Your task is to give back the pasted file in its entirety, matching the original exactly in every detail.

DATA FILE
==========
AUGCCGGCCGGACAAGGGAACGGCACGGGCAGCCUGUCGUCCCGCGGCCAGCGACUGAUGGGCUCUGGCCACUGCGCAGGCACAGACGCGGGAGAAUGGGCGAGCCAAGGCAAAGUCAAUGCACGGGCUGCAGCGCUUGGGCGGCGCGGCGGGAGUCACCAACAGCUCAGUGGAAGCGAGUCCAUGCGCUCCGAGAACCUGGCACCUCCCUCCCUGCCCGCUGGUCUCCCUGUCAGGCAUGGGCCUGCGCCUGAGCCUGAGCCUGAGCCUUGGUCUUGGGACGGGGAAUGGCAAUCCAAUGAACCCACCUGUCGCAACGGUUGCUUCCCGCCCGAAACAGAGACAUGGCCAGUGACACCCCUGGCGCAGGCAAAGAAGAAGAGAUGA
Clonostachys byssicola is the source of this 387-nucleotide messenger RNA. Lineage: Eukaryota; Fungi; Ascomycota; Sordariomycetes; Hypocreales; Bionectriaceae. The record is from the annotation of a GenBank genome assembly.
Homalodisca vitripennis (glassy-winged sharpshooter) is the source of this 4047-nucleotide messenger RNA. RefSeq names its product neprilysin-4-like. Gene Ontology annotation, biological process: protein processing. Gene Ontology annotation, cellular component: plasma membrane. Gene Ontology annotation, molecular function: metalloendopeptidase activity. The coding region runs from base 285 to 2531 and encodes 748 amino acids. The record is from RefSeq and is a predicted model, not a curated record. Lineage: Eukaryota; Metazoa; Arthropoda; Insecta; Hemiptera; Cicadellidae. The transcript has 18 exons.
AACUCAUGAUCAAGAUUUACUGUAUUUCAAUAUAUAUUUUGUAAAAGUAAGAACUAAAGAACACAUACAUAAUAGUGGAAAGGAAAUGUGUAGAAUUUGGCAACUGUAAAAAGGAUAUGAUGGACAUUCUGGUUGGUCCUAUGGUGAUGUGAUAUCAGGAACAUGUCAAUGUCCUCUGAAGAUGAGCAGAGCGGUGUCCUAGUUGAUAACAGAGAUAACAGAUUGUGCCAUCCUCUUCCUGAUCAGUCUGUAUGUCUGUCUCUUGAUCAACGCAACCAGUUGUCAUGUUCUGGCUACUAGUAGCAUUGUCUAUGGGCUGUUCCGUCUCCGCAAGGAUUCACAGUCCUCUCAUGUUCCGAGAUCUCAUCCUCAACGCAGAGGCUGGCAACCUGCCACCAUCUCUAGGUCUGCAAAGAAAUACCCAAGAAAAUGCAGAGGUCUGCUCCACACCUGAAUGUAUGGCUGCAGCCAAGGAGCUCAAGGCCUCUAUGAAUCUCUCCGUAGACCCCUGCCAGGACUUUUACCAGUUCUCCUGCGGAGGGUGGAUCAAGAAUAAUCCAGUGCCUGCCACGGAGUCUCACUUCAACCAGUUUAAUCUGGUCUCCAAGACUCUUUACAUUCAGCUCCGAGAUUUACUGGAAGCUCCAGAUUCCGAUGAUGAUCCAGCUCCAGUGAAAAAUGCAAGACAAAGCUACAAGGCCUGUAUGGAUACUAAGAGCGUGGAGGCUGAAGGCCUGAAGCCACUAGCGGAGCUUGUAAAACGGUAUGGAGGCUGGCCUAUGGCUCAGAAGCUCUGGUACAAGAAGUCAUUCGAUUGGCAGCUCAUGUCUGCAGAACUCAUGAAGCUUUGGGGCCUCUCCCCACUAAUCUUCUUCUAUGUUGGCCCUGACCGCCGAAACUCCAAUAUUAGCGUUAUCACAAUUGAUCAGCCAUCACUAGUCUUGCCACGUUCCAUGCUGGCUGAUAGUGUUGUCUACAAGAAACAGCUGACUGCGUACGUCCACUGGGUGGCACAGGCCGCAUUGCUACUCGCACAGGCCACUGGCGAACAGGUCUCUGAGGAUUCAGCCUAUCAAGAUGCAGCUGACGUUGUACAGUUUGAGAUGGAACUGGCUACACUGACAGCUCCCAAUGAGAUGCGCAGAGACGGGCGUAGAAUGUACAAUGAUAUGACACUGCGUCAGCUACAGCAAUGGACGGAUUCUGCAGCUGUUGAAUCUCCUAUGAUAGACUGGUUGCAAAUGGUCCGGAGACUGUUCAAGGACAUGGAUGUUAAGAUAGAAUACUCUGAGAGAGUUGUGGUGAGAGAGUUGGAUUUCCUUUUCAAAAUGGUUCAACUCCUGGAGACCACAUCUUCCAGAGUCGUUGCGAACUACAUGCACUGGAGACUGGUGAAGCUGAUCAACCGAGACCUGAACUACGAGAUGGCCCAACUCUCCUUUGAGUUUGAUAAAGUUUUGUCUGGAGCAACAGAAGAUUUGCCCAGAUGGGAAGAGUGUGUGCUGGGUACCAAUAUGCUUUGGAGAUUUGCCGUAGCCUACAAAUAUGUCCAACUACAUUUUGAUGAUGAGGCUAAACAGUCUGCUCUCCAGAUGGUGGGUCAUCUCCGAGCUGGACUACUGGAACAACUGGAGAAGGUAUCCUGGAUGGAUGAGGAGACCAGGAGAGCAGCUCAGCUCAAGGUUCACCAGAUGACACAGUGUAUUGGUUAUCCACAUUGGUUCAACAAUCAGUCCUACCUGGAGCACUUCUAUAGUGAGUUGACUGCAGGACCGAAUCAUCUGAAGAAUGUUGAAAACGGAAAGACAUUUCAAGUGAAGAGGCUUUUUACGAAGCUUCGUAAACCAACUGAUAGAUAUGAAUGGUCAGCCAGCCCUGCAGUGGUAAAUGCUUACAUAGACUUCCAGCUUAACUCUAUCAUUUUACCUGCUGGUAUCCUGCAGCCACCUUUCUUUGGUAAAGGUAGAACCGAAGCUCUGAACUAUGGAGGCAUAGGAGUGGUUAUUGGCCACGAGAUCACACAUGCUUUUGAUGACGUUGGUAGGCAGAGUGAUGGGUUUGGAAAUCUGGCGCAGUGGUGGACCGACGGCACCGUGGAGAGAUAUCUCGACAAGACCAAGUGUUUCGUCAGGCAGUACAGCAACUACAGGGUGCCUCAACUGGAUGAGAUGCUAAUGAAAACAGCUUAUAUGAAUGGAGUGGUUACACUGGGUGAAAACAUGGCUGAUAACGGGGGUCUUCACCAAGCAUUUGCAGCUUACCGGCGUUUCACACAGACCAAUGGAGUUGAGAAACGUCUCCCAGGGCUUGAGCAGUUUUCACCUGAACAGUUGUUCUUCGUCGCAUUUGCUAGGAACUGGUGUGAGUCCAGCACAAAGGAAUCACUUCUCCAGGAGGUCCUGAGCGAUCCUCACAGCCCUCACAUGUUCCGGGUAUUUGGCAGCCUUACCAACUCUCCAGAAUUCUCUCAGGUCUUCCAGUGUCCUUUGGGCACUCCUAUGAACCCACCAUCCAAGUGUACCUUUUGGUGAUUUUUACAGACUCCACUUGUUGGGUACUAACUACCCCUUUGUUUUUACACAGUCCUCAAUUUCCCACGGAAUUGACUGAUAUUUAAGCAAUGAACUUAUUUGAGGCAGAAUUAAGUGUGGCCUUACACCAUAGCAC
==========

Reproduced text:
AUGCCGGCCGGACAAGGGAACGGCACGGGCAGCCUGUCGUCCCGCGGCCAGCGACUGAUGGGCUCUGGCCACUGCGCAGGCACAGACGCGGGAGAAUGGGCGAGCCAAGGCAAAGUCAAUGCACGGGCUGCAGCGCUUGGGCGGCGCGGCGGGAGUCACCAACAGCUCAGUGGAAGCGAGUCCAUGCGCUCCGAGAACCUGGCACCUCCCUCCCUGCCCGCUGGUCUCCCUGUCAGGCAUGGGCCUGCGCCUGAGCCUGAGCCUGAGCCUUGGUCUUGGGACGGGGAAUGGCAAUCCAAUGAACCCACCUGUCGCAACGGUUGCUUCCCGCCCGAAACAGAGACAUGGCCAGUGACACCCCUGGCGCAGGCAAAGAAGAAGAGAUGA
Clonostachys byssicola is the source of this 387-nucleotide messenger RNA. Lineage: Eukaryota; Fungi; Ascomycota; Sordariomycetes; Hypocreales; Bionectriaceae. The record is from the annotation of a GenBank genome assembly.
Homalodisca vitripennis (glassy-winged sharpshooter) is the source of this 4047-nucleotide messenger RNA. RefSeq names its product neprilysin-4-like. Gene Ontology annotation, biological process: protein processing. Gene Ontology annotation, cellular component: plasma membrane. Gene Ontology annotation, molecular function: metalloendopeptidase activity. The coding region runs from base 285 to 2531 and encodes 748 amino acids. The record is from RefSeq and is a predicted model, not a curated record. Lineage: Eukaryota; Metazoa; Arthropoda; Insecta; Hemiptera; Cicadellidae. The transcript has 18 exons.
AACUCAUGAUCAAGAUUUACUGUAUUUCAAUAUAUAUUUUGUAAAAGUAAGAACUAAAGAACACAUACAUAAUAGUGGAAAGGAAAUGUGUAGAAUUUGGCAACUGUAAAAAGGAUAUGAUGGACAUUCUGGUUGGUCCUAUGGUGAUGUGAUAUCAGGAACAUGUCAAUGUCCUCUGAAGAUGAGCAGAGCGGUGUCCUAGUUGAUAACAGAGAUAACAGAUUGUGCCAUCCUCUUCCUGAUCAGUCUGUAUGUCUGUCUCUUGAUCAACGCAACCAGUUGUCAUGUUCUGGCUACUAGUAGCAUUGUCUAUGGGCUGUUCCGUCUCCGCAAGGAUUCACAGUCCUCUCAUGUUCCGAGAUCUCAUCCUCAACGCAGAGGCUGGCAACCUGCCACCAUCUCUAGGUCUGCAAAGAAAUACCCAAGAAAAUGCAGAGGUCUGCUCCACACCUGAAUGUAUGGCUGCAGCCAAGGAGCUCAAGGCCUCUAUGAAUCUCUCCGUAGACCCCUGCCAGGACUUUUACCAGUUCUCCUGCGGAGGGUGGAUCAAGAAUAAUCCAGUGCCUGCCACGGAGUCUCACUUCAACCAGUUUAAUCUGGUCUCCAAGACUCUUUACAUUCAGCUCCGAGAUUUACUGGAAGCUCCAGAUUCCGAUGAUGAUCCAGCUCCAGUGAAAAAUGCAAGACAAAGCUACAAGGCCUGUAUGGAUACUAAGAGCGUGGAGGCUGAAGGCCUGAAGCCACUAGCGGAGCUUGUAAAACGGUAUGGAGGCUGGCCUAUGGCUCAGAAGCUCUGGUACAAGAAGUCAUUCGAUUGGCAGCUCAUGUCUGCAGAACUCAUGAAGCUUUGGGGCCUCUCCCCACUAAUCUUCUUCUAUGUUGGCCCUGACCGCCGAAACUCCAAUAUUAGCGUUAUCACAAUUGAUCAGCCAUCACUAGUCUUGCCACGUUCCAUGCUGGCUGAUAGUGUUGUCUACAAGAAACAGCUGACUGCGUACGUCCACUGGGUGGCACAGGCCGCAUUGCUACUCGCACAGGCCACUGGCGAACAGGUCUCUGAGGAUUCAGCCUAUCAAGAUGCAGCUGACGUUGUACAGUUUGAGAUGGAACUGGCUACACUGACAGCUCCCAAUGAGAUGCGCAGAGACGGGCGUAGAAUGUACAAUGAUAUGACACUGCGUCAGCUACAGCAAUGGACGGAUUCUGCAGCUGUUGAAUCUCCUAUGAUAGACUGGUUGCAAAUGGUCCGGAGACUGUUCAAGGACAUGGAUGUUAAGAUAGAAUACUCUGAGAGAGUUGUGGUGAGAGAGUUGGAUUUCCUUUUCAAAAUGGUUCAACUCCUGGAGACCACAUCUUCCAGAGUCGUUGCGAACUACAUGCACUGGAGACUGGUGAAGCUGAUCAACCGAGACCUGAACUACGAGAUGGCCCAACUCUCCUUUGAGUUUGAUAAAGUUUUGUCUGGAGCAACAGAAGAUUUGCCCAGAUGGGAAGAGUGUGUGCUGGGUACCAAUAUGCUUUGGAGAUUUGCCGUAGCCUACAAAUAUGUCCAACUACAUUUUGAUGAUGAGGCUAAACAGUCUGCUCUCCAGAUGGUGGGUCAUCUCCGAGCUGGACUACUGGAACAACUGGAGAAGGUAUCCUGGAUGGAUGAGGAGACCAGGAGAGCAGCUCAGCUCAAGGUUCACCAGAUGACACAGUGUAUUGGUUAUCCACAUUGGUUCAACAAUCAGUCCUACCUGGAGCACUUCUAUAGUGAGUUGACUGCAGGACCGAAUCAUCUGAAGAAUGUUGAAAACGGAAAGACAUUUCAAGUGAAGAGGCUUUUUACGAAGCUUCGUAAACCAACUGAUAGAUAUGAAUGGUCAGCCAGCCCUGCAGUGGUAAAUGCUUACAUAGACUUCCAGCUUAACUCUAUCAUUUUACCUGCUGGUAUCCUGCAGCCACCUUUCUUUGGUAAAGGUAGAACCGAAGCUCUGAACUAUGGAGGCAUAGGAGUGGUUAUUGGCCACGAGAUCACACAUGCUUUUGAUGACGUUGGUAGGCAGAGUGAUGGGUUUGGAAAUCUGGCGCAGUGGUGGACCGACGGCACCGUGGAGAGAUAUCUCGACAAGACCAAGUGUUUCGUCAGGCAGUACAGCAACUACAGGGUGCCUCAACUGGAUGAGAUGCUAAUGAAAACAGCUUAUAUGAAUGGAGUGGUUACACUGGGUGAAAACAUGGCUGAUAACGGGGGUCUUCACCAAGCAUUUGCAGCUUACCGGCGUUUCACACAGACCAAUGGAGUUGAGAAACGUCUCCCAGGGCUUGAGCAGUUUUCACCUGAACAGUUGUUCUUCGUCGCAUUUGCUAGGAACUGGUGUGAGUCCAGCACAAAGGAAUCACUUCUCCAGGAGGUCCUGAGCGAUCCUCACAGCCCUCACAUGUUCCGGGUAUUUGGCAGCCUUACCAACUCUCCAGAAUUCUCUCAGGUCUUCCAGUGUCCUUUGGGCACUCCUAUGAACCCACCAUCCAAGUGUACCUUUUGGUGAUUUUUACAGACUCCACUUGUUGGGUACUAACUACCCCUUUGUUUUUACACAGUCCUCAAUUUCCCACGGAAUUGACUGAUAUUUAAGCAAUGAACUUAUUUGAGGCAGAAUUAAGUGUGGCCUUACACCAUAGCAC